Who wins—and who loses—on net neutrality rules

What net neutrality means for companies, consumers
What net neutrality means for companies, consumers   

The Federal Communications Commission passed new rules Thursday that reclassified the Internet as a public utility, and there's a clear list of winners and losers.

The new rules allow the FCC to regulate Internet service providers the same way they regulate telecom companies and prevent them from creating "slow and fast lanes" for web traffic.

Allowing internet providers to charge more for faster service would benefit the likes of Time Warner Cable and Comcast, but potentially hurt streaming services such as Netflix and Amazon.com as well as social networks like Facebook and Tumblr.

A demonstrator holds a sign in support of net neutrality outside the Federal Communications Commission headquarters in Washington, May 14, 2014.
Andrew Harrer | Bloomberg | Getty Images
A demonstrator holds a sign in support of net neutrality outside the Federal Communications Commission headquarters in Washington, May 14, 2014.

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Net neutrality, the argument against fast and slow lanes, would allow all web sites and streaming services, and their consumers, to have equal access to the internet, as they currently do.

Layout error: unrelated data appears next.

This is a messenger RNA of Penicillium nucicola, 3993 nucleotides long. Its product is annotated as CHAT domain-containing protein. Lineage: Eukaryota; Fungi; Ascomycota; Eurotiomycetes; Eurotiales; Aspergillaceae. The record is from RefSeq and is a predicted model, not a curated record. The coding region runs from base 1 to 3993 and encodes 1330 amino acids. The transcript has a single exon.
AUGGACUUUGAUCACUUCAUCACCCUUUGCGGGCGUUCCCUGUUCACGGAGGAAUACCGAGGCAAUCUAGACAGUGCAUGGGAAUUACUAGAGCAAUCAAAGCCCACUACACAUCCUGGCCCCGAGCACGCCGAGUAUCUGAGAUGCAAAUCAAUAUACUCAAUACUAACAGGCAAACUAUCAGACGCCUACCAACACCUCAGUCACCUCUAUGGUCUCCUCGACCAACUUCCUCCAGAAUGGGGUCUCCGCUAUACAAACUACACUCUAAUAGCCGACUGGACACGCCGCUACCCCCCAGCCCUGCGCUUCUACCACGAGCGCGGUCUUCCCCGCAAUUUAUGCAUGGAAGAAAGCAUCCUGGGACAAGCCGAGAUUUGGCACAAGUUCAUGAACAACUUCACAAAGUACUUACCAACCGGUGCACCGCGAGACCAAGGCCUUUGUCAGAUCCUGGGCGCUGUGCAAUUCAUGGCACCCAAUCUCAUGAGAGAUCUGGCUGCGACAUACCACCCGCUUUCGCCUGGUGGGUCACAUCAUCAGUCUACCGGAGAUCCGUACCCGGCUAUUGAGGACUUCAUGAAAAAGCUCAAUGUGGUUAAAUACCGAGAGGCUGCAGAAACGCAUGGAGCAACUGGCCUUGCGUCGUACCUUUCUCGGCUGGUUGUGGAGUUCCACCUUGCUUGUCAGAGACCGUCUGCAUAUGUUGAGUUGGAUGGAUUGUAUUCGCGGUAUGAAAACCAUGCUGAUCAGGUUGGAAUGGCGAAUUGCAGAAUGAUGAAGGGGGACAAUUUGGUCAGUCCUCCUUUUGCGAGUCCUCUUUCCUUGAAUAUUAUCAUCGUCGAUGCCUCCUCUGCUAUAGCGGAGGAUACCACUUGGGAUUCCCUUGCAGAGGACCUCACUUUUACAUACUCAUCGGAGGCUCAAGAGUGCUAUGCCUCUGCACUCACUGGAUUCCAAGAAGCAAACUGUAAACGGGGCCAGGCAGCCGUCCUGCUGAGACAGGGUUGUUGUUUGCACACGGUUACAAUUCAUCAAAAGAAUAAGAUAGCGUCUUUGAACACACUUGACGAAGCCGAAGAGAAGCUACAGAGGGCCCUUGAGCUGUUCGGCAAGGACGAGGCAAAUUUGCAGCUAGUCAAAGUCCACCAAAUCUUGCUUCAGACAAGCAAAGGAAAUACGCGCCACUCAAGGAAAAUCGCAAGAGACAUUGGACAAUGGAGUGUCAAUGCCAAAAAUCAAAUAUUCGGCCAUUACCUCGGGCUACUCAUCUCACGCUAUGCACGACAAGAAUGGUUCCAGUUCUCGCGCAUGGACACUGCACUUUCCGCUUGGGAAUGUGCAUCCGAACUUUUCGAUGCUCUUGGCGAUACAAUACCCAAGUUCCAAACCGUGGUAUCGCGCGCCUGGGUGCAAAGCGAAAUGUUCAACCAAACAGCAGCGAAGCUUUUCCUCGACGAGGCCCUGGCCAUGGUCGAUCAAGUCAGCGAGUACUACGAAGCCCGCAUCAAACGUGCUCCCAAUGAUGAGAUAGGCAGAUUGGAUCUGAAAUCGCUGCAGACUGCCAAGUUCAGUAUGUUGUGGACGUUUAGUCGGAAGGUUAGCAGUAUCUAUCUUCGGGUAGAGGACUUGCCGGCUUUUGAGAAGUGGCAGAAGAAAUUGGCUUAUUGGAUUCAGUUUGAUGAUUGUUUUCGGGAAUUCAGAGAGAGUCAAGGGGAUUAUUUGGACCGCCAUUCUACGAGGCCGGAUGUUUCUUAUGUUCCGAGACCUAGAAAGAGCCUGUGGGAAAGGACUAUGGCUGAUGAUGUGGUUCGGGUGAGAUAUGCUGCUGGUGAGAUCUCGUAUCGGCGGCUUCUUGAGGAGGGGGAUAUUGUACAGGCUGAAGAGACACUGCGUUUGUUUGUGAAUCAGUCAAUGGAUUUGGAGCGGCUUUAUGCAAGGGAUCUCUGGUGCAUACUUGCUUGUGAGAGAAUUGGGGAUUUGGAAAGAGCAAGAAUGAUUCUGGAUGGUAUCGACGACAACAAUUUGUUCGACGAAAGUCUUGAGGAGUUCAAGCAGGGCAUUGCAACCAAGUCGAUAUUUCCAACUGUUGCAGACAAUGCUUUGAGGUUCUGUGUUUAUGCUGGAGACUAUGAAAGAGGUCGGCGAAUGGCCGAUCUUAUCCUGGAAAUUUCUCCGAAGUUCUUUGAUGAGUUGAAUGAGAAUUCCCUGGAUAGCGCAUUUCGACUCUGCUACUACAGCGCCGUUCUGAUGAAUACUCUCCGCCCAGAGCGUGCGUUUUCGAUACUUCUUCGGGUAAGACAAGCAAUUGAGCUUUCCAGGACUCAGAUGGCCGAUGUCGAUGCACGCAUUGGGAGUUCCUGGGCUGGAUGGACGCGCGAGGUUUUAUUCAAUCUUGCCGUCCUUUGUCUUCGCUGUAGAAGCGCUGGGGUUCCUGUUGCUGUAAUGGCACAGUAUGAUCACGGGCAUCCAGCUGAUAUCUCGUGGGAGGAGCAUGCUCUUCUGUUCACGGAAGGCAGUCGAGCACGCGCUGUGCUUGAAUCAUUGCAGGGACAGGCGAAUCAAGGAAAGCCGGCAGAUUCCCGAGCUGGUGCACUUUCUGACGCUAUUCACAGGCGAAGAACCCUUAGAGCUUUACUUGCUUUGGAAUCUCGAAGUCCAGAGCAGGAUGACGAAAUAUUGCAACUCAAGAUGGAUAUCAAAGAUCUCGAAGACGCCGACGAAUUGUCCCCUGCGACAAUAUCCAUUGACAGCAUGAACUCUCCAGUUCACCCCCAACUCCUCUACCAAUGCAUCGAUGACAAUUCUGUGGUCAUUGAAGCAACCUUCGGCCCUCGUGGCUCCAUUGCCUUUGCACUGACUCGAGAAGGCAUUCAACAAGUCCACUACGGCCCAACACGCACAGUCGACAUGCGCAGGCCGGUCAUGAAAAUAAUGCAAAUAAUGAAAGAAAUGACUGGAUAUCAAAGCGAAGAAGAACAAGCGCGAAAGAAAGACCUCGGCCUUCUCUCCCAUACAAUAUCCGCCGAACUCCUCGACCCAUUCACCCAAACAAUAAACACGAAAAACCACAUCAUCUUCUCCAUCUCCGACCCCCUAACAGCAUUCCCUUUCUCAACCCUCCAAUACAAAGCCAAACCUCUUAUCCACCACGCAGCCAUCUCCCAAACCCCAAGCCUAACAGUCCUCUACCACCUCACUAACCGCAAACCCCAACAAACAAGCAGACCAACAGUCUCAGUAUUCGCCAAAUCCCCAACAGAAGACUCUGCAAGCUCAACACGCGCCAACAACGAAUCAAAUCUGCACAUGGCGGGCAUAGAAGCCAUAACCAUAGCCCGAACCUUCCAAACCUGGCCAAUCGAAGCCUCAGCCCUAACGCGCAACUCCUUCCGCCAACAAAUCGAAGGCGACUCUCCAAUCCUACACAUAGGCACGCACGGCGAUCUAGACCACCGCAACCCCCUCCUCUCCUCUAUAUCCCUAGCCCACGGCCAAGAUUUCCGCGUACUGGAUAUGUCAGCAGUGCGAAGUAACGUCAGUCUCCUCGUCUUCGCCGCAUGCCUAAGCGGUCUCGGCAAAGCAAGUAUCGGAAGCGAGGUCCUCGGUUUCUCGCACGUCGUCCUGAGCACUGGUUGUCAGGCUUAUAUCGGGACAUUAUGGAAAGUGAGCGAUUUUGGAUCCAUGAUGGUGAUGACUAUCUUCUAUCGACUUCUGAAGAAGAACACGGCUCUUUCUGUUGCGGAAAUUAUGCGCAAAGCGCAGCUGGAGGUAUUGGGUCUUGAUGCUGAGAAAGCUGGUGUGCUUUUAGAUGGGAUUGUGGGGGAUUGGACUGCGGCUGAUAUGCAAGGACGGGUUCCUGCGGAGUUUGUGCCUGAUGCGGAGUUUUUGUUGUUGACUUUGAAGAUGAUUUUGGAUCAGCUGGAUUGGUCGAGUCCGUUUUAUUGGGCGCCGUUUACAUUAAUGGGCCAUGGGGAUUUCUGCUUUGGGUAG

As part of the new net neutrality rules, broadband would be reclassified as a utility, making it equally accessible to small businesses and entrepreneurs. But internet service providers against net neutrality say that the regulations stifle innovation and take away an incentive to improve broadband services.

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"Net neutrality only bans the idea of slow lanes and fast lanes, which is an incremental amount of revenue," Columbia Law School Professor Tim Wu, who coined the term "net neutrality," told CNBC on Thursday. "And yes, so on the margin, there's a tiny bit of revenue that might be lost but the main income just comes from the regular business model."

Disclosure: An opponent to the new net neutrality rules, Comcast is the owner of NBCUniversal, the parent company of CNBC and CNBC.com.